Which bike to use for building an E-bike

tinynja98

New Member
Hello,

I'm looking to buy a bike to which I could add an electric motor (like this one). The motor would ideally be mounted in the middle of the frame (in the triangle part of the frame). As you probably noticed, i'm not trying to buy an e-bike conversion kit with a hub, I want to do it all myself.

The bike should have disc brakes so it would be able to stop the bike when it's going at high speeds (keep in mind all the added weight), and stop the wheel in case the motor gets stuck in WOT. Also, I plan to use the bike mostly on road, so it should have *somewhat* skinny tires, to reduce the resistance, thus improve speed/efficiency. Finally, I would really prefer if it had full suspension. I understand the impact full suspension has on biking performance, but since its mostly gonna be powered by the motor, there shouldn't be a significant impact on efficiency, and it would make the ride a whole lot smoother.

Is there a bike on the planet which combines all these features? The more common it is the better.

-------------TL;DR-------------
Looking for a bike which has:
- Disk brakes
- Skinny tires (like the ones on hybrid bikes)
- Full suspension
----------------------------------

Thanks in advance for your answers!
 

memberseven

Member
full suspension does affect your efficiency on an ebike, you lose speed and range from energy loss through shocks. If you are looking for comfort, you can simply improve that by a suspension seatpost and comfort saddle.
 

tinynja98

New Member
The suspension seatpost is a good idea, but I thought that maybe the rear suspension would help reduce the stress on the electronic parts caused by all the bumps on the road/gravel roads. Also, if a full suspension affect efficiency, then why do motorbikes have them? What makes them different to E-bikes?
 

memberseven

Member
The suspension seatpost is a good idea, but I thought that maybe the rear suspension would help reduce the stress on the electronic parts caused by all the bumps on the road/gravel roads. Also, if a full suspension affect efficiency, then why do motorbikes have them? What makes them different to E-bikes?
if you are planning on riding mainly on the road a front suspension fork is enough, but if your ride nice roads, you can just use a rigid fork. but only get full suspension if you do alot mountain trails and etc
 

tinynja98

New Member
Ok I'll go try out some full suspension, front suspension and rigid fork bikes and that should help me understand what I really need. I feel like i'm currently underestimating the front suspension bikes, comfortwise.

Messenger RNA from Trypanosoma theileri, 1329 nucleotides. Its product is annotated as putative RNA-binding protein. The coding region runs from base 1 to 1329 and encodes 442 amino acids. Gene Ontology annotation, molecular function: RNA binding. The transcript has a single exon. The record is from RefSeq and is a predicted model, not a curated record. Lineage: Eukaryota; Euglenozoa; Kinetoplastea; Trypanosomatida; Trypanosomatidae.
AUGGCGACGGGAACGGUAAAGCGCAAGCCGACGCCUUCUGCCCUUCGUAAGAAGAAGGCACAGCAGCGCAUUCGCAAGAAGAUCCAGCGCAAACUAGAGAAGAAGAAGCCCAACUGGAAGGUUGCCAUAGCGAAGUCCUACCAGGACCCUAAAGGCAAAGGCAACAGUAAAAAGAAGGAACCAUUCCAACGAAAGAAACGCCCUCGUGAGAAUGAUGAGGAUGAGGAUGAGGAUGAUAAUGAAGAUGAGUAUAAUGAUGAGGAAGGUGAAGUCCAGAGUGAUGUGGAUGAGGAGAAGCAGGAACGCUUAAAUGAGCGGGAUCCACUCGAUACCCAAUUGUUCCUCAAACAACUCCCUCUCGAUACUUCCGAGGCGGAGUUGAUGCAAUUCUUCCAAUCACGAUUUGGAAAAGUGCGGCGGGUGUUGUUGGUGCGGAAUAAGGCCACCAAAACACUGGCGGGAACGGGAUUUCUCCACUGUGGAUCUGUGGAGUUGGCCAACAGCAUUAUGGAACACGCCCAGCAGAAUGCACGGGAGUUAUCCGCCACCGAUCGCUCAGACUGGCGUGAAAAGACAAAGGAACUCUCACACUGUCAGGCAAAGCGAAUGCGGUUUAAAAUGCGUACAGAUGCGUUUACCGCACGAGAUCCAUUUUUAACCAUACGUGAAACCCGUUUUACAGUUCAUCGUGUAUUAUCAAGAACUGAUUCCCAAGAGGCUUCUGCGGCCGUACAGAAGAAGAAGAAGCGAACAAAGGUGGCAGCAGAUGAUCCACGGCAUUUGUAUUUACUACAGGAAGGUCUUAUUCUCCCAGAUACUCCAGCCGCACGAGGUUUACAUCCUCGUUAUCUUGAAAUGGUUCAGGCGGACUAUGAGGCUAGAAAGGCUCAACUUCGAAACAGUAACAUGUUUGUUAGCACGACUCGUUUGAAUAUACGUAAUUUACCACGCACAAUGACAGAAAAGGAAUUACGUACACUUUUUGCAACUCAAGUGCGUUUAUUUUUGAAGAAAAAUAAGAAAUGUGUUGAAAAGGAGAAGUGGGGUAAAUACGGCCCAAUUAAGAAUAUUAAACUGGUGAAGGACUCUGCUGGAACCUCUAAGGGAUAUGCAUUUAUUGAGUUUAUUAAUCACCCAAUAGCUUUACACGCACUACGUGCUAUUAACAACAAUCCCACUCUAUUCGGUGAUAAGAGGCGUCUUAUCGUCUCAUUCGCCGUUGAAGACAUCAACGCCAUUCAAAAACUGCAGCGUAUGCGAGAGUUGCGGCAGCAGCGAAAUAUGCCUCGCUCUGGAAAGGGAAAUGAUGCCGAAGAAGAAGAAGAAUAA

memberseven

Member
Ok I'll go try out some full suspension, front suspension and rigid fork bikes and that should help me understand what I really need. I feel like i'm currently underestimating the front suspension bikes, comfortwise.
well it really depends on what you are using your bike for, I'm definitely not telling you to not get a full suspension setup, but are you mainly riding as a commuter or something else, if you are mainly using it as a commuter you can save a lot of money with not getting a full suspension, but if budget is not a problem, then you should also get and ride what you desire
 

RoadWrinkle

Active Member
Why would you want to mount a scooter motor to a bicycle frame triangle? They have purpose built mid-drive systems that mount into your BB. They offer much better weight-to-power efficiency. Bafang bbs02(750w nom) or bbshd (1000w nom), check out eRad as well and the Bafang system kit suppliers like Luna. Find a good sturdy bike for your conversion and make sure the battery will fit your frame first. You will need to know the BB size for the bike you choose before you order the motor system. Many MTB's have the stout design to be conversion ready.
 

tinynja98

New Member
Your power/weight argument is most probably 100% correct, but first, this was a project I wanted to do from the ground up, design everything myself and not use a prearranged kit. Also, I don't know how good of an argument this is gonna be since I don't know all the Ebike models out there, but all the pictures of Ebikes (middrive) I saw all show a crankset with a single chainring, which limits how fast you can go using the motor and by pedalling. Finally, I wouldn't be able to buy an Ebike with the power (1000w) I want on it as it is illegal here in Quebec. I know your answer to this would be that I can simply buy a conversion kit, as you pointed out, but this comes back to my first argument. Plus, based on the simulation on eRad's website, I think I could get this done cheaper than a conversion kit, but this I'll see when I would be done.

I'm curious to know what "the stout design" means. I'm not that good with bike terms...
 

RoadWrinkle

Active Member
curious to know what "the stout design" means.
Most decent MTB's have large diameter thru axles with wider hubs that allow spokes to be mounted at more of an angle making a stronger wheel, stiffer more robust frames, wider rims with double wall "V" designs so wider better gripping tires (2.25" ) can be used. I would avoid skinny tires/rims on an ebike.
The real DIY experts can be found at the ES forum.
 

tinynja98

New Member
Wow thanks a lot for your reference to ES forums (I suppose you're talking about Endless-sphere). I didn't know that forum before, but I have found many threads very similar to what I want to do. I think I'll continue my project over there! :D